What Makes Smart People Do Dumb Things?
Two-Year Project Examines Sexual Risk-Taking in Men
It is not exactly a secret: sex can be dangerous. In the age of AIDS,
a wrong move, the wrong decision, can be lethal. That message is being
communicated more and more effectively; nevertheless, there remain a significant
number of individuals who know about the risks, who understand the potential
consequences, yet continue to act in ways that put them in danger. Why?
A new Kinsey Institute study is approaching that question from a completely
new angle. Funded by a grant from the National Institutes of Mental Health,
the two-year study addresses the issue
not from a 'health psychology' perspective, but from a sexual one.
"On reading the already extensive literature on sexual risk taking,"
says Dr. John Bancroft, director of the Kinsey Institute and principal
investigator for the study, "I was astonished to find that virtually
all the relevant studies assumed that the risky behavior is under voluntary
control, that people appraise the risk and then use that appraisal to
decide whether or not to act. Not one was considering that the sexual
process itself might play a role. I saw a gap that the Kinsey Institute
was well situated to fill."
According to a theoretical model developed by Bancroft and Erick Janssen
at the institute, each individual has personality traits that can affect
behavior at a relatively unconscious level. "To fully understand
why, in a given situation, one person takes a risk and another does not,
we need to appreciate how these traits interact with conscious perceptions
"People have different levels of sexual inhibition and excitation,
different relationships between mood and sexuality, and different degrees
of assertiveness," says Janssen, associate scientist at the institute.
"We believe all of these affect decisions to take or avoid risks.
We are postulating that they operate in a kind of matrix: high excitation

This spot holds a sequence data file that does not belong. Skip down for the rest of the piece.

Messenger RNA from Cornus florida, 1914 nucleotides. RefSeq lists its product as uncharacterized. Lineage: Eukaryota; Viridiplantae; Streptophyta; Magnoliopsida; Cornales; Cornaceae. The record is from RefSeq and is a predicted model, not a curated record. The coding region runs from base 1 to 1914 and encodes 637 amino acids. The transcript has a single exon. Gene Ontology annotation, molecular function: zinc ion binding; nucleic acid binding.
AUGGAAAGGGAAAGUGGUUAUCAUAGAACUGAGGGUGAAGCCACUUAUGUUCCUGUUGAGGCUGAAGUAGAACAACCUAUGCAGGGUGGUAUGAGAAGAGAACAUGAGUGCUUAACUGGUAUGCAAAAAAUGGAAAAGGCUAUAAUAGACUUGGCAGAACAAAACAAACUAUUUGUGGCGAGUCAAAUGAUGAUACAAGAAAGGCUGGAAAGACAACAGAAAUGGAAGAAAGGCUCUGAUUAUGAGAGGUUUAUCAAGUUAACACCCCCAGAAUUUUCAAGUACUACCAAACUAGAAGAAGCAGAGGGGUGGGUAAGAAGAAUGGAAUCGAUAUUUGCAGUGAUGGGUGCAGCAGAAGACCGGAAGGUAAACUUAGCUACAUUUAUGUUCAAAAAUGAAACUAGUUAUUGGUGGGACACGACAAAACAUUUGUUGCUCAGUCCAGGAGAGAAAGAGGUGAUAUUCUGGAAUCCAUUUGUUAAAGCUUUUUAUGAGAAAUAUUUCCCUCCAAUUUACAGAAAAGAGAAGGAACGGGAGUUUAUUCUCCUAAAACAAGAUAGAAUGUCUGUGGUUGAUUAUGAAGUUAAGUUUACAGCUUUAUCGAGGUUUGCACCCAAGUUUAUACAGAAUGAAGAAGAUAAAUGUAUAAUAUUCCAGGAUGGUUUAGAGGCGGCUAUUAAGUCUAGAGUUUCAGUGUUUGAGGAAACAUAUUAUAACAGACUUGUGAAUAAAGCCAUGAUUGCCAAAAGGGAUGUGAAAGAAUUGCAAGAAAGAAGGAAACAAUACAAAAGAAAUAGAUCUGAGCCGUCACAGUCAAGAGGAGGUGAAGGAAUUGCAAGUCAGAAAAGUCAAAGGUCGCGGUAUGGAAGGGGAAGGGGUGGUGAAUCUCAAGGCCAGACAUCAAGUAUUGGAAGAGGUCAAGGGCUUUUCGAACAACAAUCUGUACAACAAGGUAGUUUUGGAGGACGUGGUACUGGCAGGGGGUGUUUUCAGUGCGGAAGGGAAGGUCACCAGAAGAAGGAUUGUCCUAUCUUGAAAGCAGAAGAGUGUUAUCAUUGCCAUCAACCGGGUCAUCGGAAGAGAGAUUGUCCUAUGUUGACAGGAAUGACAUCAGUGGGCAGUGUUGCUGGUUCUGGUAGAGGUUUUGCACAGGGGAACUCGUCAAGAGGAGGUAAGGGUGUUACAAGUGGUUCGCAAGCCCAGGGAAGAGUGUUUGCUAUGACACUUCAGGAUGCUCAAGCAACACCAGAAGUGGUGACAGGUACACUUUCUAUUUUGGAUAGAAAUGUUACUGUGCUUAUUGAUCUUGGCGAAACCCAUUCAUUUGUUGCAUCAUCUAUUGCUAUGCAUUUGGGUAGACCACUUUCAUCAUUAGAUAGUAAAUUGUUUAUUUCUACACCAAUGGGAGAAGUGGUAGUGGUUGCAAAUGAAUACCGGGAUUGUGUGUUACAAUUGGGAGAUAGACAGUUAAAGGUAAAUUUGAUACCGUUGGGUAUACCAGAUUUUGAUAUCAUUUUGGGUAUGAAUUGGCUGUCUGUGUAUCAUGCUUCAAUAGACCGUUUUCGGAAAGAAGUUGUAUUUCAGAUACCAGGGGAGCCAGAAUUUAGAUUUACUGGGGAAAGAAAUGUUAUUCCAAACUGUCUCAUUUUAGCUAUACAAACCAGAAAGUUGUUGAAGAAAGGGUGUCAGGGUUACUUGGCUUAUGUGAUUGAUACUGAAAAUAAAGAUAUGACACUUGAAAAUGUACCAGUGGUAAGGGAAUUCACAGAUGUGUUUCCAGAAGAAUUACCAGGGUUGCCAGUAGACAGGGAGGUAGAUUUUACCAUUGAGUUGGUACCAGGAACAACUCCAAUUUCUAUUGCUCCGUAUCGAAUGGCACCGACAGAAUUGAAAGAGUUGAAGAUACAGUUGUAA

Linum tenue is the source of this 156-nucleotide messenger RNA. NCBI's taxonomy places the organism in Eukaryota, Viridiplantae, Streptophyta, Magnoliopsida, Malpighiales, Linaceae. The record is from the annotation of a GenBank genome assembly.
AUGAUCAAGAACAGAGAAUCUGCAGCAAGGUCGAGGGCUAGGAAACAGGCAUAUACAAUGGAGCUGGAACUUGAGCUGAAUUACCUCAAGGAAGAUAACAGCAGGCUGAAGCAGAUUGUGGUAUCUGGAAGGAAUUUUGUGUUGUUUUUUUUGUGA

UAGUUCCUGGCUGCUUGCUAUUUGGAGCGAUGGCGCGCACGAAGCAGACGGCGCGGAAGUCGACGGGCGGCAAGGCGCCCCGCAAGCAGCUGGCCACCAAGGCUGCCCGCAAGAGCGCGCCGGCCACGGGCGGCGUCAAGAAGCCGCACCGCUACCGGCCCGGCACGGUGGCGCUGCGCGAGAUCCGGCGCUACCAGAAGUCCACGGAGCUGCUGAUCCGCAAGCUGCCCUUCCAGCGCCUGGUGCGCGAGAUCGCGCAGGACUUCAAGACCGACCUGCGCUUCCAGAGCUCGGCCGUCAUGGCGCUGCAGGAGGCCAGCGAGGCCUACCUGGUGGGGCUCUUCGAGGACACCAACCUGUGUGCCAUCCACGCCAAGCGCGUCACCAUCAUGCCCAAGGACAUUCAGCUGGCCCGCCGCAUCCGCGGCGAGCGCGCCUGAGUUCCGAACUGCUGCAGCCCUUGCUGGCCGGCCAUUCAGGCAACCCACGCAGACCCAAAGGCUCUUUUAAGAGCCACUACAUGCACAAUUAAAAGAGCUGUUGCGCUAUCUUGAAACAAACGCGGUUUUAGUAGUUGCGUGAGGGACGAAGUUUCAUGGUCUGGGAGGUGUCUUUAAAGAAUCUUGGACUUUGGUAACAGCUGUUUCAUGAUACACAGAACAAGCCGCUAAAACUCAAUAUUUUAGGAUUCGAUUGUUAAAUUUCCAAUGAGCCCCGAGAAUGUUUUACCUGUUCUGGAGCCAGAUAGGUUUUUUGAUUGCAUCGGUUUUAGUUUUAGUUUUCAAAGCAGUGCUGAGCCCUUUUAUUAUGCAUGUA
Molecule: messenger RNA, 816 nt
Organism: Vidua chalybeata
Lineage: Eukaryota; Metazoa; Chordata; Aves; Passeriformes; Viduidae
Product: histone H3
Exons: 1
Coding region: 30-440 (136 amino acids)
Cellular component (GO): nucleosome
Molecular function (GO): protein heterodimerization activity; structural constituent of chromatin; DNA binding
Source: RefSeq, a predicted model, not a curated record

alone might not lead to risky behavior, but high excitation combined with
low inhibition might. Someone who is depressed, or has low self-esteem,
and at the same time is not assertive in a relationship, might give in
to risky behavior even when he or she knows better. The wrong combination
of factors can be a recipe for disaster."
To test their theory, the Kinsey researchers are dividing their study
into three parts: a questionnaire survey of about 1 ,500 men (divided
into gay and straight groups), recruited from a variety of sources reflecting
different degrees of risk taking; a psychophysio- logical study of about
150 of these men; and in-depth interviews of about 100.
David Strong, one of the team who has been active in both the survey
and interview portions of the study, says they already have more than
1,000 sets of questionnaires completed.
"We are striving for a balance of factors-gay/straight, black/ white,
older/younger, blue collar/white collar, and so on," says Strong,
"and believe me, it has been an adventure. Identifying the right
places to find certain risk groups has been a challenge. We've visited
everything from churches to "leather bars"; sometimes we actually
set up a table. We have met some fascinating people."
Strong has conducted some 50 interviews also, and so far it seems the
theory is being borne out. "We ask people to relate a recent sexual
episode that they now regret, and ask why they did it. They almost always
talk about knowing better, but 'the heat of the moment' carried them away.
Often they say they literally forgot the risks, only to have the realization
of what they had
done come crashing back on them, even in the split second after orgasm."
"Sometimes I feel more like Sherlock Holmes than a scientist,"
Strong laughs. "It's kind of like detective work, trying to figure
out why these smart people do these dumb things."
Erick Janssen agrees that the project's first year has been an adventure,
and he feels a strong link to the work of Alfred Kinsey.
"Dr. Kinsey was interested in variations across society," he
notes, "and we've got a real smorgasbord. I think he would also approve
of the three-part method of survey, lab, and interview. It is unusual---0ther
studies might use only one of those-but in the end it will provide a lot
of possible angles for looking at the data."
Ultimately, the scientists hope the study will suggest new ways to reach
people who know the risks but still act. "We don't think our model
will explain all risky behavior," says Janssen, "but it could
go a long way. If we can help people understand why they do what they
do, what their tendencies are, it might help them increase their control."
Kinsey Today, Spring/Summer 2000,
vol 4, no.1.